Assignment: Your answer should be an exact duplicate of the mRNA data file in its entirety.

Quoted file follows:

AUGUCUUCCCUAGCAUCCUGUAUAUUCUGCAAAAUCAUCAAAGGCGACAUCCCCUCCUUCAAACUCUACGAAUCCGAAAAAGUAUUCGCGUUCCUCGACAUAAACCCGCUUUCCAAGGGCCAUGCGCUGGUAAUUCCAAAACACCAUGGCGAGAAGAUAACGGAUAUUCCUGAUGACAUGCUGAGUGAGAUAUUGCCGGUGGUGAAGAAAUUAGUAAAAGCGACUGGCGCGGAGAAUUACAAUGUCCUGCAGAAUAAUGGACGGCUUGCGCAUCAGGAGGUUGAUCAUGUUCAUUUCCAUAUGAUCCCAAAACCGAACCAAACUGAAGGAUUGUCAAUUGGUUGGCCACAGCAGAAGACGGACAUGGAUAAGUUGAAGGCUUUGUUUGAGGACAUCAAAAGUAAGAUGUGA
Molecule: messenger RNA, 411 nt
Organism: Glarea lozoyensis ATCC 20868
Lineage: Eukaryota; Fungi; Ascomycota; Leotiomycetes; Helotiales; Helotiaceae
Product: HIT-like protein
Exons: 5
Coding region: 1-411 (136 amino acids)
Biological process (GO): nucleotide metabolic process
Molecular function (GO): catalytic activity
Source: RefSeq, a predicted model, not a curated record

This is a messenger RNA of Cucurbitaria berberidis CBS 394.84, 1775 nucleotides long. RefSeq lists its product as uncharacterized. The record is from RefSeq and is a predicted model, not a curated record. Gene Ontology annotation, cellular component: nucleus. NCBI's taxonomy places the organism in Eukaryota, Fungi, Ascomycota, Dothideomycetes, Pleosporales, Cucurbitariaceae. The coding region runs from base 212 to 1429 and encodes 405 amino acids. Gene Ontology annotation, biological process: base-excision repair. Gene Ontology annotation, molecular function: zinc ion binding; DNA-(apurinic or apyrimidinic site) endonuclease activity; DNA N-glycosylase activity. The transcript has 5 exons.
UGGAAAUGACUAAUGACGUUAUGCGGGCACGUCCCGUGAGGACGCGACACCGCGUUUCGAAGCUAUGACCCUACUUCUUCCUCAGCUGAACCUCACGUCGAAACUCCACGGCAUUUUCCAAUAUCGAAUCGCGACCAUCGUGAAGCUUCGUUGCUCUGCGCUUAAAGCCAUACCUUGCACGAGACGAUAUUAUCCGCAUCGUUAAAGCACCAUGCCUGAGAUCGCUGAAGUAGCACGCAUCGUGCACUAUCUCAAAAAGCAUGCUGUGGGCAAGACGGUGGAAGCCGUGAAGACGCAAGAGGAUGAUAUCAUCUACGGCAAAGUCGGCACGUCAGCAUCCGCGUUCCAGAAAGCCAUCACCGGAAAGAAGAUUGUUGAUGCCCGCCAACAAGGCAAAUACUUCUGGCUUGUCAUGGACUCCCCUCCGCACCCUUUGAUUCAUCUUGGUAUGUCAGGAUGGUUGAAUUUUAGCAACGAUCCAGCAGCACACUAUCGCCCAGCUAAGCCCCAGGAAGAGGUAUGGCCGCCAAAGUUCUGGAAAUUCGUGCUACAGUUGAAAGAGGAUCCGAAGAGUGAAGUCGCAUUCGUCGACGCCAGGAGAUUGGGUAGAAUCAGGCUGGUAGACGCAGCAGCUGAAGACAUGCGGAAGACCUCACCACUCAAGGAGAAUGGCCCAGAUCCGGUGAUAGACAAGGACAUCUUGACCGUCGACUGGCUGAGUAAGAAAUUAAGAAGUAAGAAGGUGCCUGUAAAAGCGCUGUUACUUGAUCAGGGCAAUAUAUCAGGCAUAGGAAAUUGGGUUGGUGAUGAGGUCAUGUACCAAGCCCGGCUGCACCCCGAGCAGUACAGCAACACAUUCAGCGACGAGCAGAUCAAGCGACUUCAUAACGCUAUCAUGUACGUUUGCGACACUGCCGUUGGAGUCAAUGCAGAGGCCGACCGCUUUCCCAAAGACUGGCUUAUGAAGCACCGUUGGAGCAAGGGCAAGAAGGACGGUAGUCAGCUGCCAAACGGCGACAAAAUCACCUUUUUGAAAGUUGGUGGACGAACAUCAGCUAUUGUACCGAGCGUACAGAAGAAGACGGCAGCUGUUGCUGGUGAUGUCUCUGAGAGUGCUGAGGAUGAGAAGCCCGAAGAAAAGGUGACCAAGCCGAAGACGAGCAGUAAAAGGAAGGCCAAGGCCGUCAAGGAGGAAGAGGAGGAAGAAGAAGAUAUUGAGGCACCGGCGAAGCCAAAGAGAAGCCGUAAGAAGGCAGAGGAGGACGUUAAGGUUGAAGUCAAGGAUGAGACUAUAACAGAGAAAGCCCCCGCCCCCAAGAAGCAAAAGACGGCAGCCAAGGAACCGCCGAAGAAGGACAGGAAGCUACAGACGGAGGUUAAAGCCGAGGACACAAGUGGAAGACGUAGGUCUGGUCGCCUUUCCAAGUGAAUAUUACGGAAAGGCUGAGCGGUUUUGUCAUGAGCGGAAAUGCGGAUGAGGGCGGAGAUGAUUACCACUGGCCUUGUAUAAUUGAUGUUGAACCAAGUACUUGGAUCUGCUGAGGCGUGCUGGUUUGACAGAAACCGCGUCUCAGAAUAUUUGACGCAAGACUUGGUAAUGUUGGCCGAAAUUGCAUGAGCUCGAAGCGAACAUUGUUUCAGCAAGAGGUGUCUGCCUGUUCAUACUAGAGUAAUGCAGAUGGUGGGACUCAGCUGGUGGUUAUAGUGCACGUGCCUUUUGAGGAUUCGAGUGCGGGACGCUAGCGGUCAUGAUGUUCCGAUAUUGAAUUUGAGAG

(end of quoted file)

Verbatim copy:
AUGUCUUCCCUAGCAUCCUGUAUAUUCUGCAAAAUCAUCAAAGGCGACAUCCCCUCCUUCAAACUCUACGAAUCCGAAAAAGUAUUCGCGUUCCUCGACAUAAACCCGCUUUCCAAGGGCCAUGCGCUGGUAAUUCCAAAACACCAUGGCGAGAAGAUAACGGAUAUUCCUGAUGACAUGCUGAGUGAGAUAUUGCCGGUGGUGAAGAAAUUAGUAAAAGCGACUGGCGCGGAGAAUUACAAUGUCCUGCAGAAUAAUGGACGGCUUGCGCAUCAGGAGGUUGAUCAUGUUCAUUUCCAUAUGAUCCCAAAACCGAACCAAACUGAAGGAUUGUCAAUUGGUUGGCCACAGCAGAAGACGGACAUGGAUAAGUUGAAGGCUUUGUUUGAGGACAUCAAAAGUAAGAUGUGA
Molecule: messenger RNA, 411 nt
Organism: Glarea lozoyensis ATCC 20868
Lineage: Eukaryota; Fungi; Ascomycota; Leotiomycetes; Helotiales; Helotiaceae
Product: HIT-like protein
Exons: 5
Coding region: 1-411 (136 amino acids)
Biological process (GO): nucleotide metabolic process
Molecular function (GO): catalytic activity
Source: RefSeq, a predicted model, not a curated record

This is a messenger RNA of Cucurbitaria berberidis CBS 394.84, 1775 nucleotides long. RefSeq lists its product as uncharacterized. The record is from RefSeq and is a predicted model, not a curated record. Gene Ontology annotation, cellular component: nucleus. NCBI's taxonomy places the organism in Eukaryota, Fungi, Ascomycota, Dothideomycetes, Pleosporales, Cucurbitariaceae. The coding region runs from base 212 to 1429 and encodes 405 amino acids. Gene Ontology annotation, biological process: base-excision repair. Gene Ontology annotation, molecular function: zinc ion binding; DNA-(apurinic or apyrimidinic site) endonuclease activity; DNA N-glycosylase activity. The transcript has 5 exons.
UGGAAAUGACUAAUGACGUUAUGCGGGCACGUCCCGUGAGGACGCGACACCGCGUUUCGAAGCUAUGACCCUACUUCUUCCUCAGCUGAACCUCACGUCGAAACUCCACGGCAUUUUCCAAUAUCGAAUCGCGACCAUCGUGAAGCUUCGUUGCUCUGCGCUUAAAGCCAUACCUUGCACGAGACGAUAUUAUCCGCAUCGUUAAAGCACCAUGCCUGAGAUCGCUGAAGUAGCACGCAUCGUGCACUAUCUCAAAAAGCAUGCUGUGGGCAAGACGGUGGAAGCCGUGAAGACGCAAGAGGAUGAUAUCAUCUACGGCAAAGUCGGCACGUCAGCAUCCGCGUUCCAGAAAGCCAUCACCGGAAAGAAGAUUGUUGAUGCCCGCCAACAAGGCAAAUACUUCUGGCUUGUCAUGGACUCCCCUCCGCACCCUUUGAUUCAUCUUGGUAUGUCAGGAUGGUUGAAUUUUAGCAACGAUCCAGCAGCACACUAUCGCCCAGCUAAGCCCCAGGAAGAGGUAUGGCCGCCAAAGUUCUGGAAAUUCGUGCUACAGUUGAAAGAGGAUCCGAAGAGUGAAGUCGCAUUCGUCGACGCCAGGAGAUUGGGUAGAAUCAGGCUGGUAGACGCAGCAGCUGAAGACAUGCGGAAGACCUCACCACUCAAGGAGAAUGGCCCAGAUCCGGUGAUAGACAAGGACAUCUUGACCGUCGACUGGCUGAGUAAGAAAUUAAGAAGUAAGAAGGUGCCUGUAAAAGCGCUGUUACUUGAUCAGGGCAAUAUAUCAGGCAUAGGAAAUUGGGUUGGUGAUGAGGUCAUGUACCAAGCCCGGCUGCACCCCGAGCAGUACAGCAACACAUUCAGCGACGAGCAGAUCAAGCGACUUCAUAACGCUAUCAUGUACGUUUGCGACACUGCCGUUGGAGUCAAUGCAGAGGCCGACCGCUUUCCCAAAGACUGGCUUAUGAAGCACCGUUGGAGCAAGGGCAAGAAGGACGGUAGUCAGCUGCCAAACGGCGACAAAAUCACCUUUUUGAAAGUUGGUGGACGAACAUCAGCUAUUGUACCGAGCGUACAGAAGAAGACGGCAGCUGUUGCUGGUGAUGUCUCUGAGAGUGCUGAGGAUGAGAAGCCCGAAGAAAAGGUGACCAAGCCGAAGACGAGCAGUAAAAGGAAGGCCAAGGCCGUCAAGGAGGAAGAGGAGGAAGAAGAAGAUAUUGAGGCACCGGCGAAGCCAAAGAGAAGCCGUAAGAAGGCAGAGGAGGACGUUAAGGUUGAAGUCAAGGAUGAGACUAUAACAGAGAAAGCCCCCGCCCCCAAGAAGCAAAAGACGGCAGCCAAGGAACCGCCGAAGAAGGACAGGAAGCUACAGACGGAGGUUAAAGCCGAGGACACAAGUGGAAGACGUAGGUCUGGUCGCCUUUCCAAGUGAAUAUUACGGAAAGGCUGAGCGGUUUUGUCAUGAGCGGAAAUGCGGAUGAGGGCGGAGAUGAUUACCACUGGCCUUGUAUAAUUGAUGUUGAACCAAGUACUUGGAUCUGCUGAGGCGUGCUGGUUUGACAGAAACCGCGUCUCAGAAUAUUUGACGCAAGACUUGGUAAUGUUGGCCGAAAUUGCAUGAGCUCGAAGCGAACAUUGUUUCAGCAAGAGGUGUCUGCCUGUUCAUACUAGAGUAAUGCAGAUGGUGGGACUCAGCUGGUGGUUAUAGUGCACGUGCCUUUUGAGGAUUCGAGUGCGGGACGCUAGCGGUCAUGAUGUUCCGAUAUUGAAUUUGAGAG